1. Create a datastore - RDS Postgres Cluster
  2. Visit your application created in the previous step.
  3. In the Datastores tab, add the datastore you just created.


Our application is ready to launch. Click "Launch" through the UI or issue up through the CLI.

nullstone up --wait --app=phoenix-quickstart --env=dev


Once your application is provisioned, you may build and deploy your app.

You can name your image whatever you want, just remember this image name for the deploy step. In this example, we are using an image name of phoenix-app.

docker build -t phoenix-app .


Now, issue launch to push your docker image and deploy the service with a new version.

nullstone launch --source=phoenix-app --app=phoenix-quickstart --env=dev



When pushing your image, Nullstone performs auto-versioning if you are in a git-tracked directory. Nullstone selects the short commit SHA (a unique 8-character token) from the git repository to tag the docker image.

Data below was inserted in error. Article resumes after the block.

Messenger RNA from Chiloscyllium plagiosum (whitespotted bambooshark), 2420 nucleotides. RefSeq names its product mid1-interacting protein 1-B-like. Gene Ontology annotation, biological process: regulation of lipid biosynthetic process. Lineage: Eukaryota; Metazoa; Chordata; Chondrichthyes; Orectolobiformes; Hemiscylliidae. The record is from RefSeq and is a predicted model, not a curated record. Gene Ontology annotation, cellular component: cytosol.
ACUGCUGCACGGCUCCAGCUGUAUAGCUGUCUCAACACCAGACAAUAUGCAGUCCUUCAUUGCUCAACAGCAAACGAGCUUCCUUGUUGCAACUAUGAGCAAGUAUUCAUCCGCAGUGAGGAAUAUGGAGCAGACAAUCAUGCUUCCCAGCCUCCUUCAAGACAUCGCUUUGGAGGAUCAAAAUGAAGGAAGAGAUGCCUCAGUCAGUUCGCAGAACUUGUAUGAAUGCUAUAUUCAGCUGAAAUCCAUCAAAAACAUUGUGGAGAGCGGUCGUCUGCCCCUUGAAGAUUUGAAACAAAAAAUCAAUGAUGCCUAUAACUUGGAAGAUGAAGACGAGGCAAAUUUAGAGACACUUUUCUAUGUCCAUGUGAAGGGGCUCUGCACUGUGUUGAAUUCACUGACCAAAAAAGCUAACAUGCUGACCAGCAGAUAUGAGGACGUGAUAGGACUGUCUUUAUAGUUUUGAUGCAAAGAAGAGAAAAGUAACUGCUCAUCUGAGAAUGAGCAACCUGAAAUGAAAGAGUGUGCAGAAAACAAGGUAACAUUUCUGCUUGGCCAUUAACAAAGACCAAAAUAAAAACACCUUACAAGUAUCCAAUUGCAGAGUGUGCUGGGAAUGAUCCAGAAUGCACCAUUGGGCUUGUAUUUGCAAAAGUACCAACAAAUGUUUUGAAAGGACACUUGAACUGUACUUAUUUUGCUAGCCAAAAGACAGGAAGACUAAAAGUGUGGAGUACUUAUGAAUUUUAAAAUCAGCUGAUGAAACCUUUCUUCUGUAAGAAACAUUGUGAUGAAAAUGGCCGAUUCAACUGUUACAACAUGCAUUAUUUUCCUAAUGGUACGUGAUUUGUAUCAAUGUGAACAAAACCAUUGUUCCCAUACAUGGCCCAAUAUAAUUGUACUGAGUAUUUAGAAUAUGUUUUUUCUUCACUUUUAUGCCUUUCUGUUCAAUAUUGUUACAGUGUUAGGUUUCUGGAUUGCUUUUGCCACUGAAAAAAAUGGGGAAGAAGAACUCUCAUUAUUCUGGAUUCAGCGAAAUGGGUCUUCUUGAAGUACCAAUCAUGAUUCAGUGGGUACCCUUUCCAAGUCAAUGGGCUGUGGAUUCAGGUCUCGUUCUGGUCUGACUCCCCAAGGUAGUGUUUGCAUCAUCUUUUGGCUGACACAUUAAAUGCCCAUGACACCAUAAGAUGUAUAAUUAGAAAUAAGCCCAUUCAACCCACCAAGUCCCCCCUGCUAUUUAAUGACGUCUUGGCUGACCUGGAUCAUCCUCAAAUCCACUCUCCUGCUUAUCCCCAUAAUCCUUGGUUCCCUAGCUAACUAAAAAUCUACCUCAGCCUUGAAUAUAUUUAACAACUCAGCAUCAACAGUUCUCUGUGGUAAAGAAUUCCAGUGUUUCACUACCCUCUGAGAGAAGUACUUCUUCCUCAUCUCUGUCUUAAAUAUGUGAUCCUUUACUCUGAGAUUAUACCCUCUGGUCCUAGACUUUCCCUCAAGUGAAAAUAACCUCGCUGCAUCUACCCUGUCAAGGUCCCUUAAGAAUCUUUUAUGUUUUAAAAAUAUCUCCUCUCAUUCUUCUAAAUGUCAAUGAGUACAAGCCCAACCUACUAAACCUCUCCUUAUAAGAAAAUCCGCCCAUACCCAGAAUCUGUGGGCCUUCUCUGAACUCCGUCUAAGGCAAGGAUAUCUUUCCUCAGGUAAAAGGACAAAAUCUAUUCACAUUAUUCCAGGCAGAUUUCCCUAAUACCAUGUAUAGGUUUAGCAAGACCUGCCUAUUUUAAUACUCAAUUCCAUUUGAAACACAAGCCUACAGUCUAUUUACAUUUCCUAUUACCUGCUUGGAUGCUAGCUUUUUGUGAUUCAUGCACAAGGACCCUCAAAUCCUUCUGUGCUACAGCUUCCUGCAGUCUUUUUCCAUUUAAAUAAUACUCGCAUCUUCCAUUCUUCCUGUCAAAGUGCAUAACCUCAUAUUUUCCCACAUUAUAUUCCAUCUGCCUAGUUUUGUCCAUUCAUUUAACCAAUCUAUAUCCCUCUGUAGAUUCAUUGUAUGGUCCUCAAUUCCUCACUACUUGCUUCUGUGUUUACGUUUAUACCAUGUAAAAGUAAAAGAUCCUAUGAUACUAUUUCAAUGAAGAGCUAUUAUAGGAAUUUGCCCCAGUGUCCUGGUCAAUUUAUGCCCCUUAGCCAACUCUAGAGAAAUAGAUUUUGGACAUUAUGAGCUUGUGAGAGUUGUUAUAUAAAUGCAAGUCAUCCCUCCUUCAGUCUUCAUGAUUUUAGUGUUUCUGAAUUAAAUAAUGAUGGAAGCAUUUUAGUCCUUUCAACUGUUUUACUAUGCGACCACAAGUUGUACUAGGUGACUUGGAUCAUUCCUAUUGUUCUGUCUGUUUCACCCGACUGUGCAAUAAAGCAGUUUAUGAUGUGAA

To use a manual version, issue launch with --version (this example uses 1.0.0).

nullstone launch --source=phoenix-app --app=phoenix-quickstart --env=dev --version=1.0.0

Version conflicts

Nullstone enforces version/image tag immutability for security reasons.

If you repeatedly push a new docker image without committing anything to git, you will receive an error message like this:

error pushing artifact: error pushing image: tag invalid: The image tag 'c3c7cd83' already exists in the 'periwinkle-louse-fkslv' repository and cannot be overwritten because the repository is immutable.

The easiest way to resolve this is to launch with an indexed version. The following uses the same commit sha, but with a -2 suffix to distinguish the image tag.

nullstone launch --source=phoenix-app --app=phoenix-quickstart --env=dev --version=c3c7cd83-2
Elixir Phoenix has loaded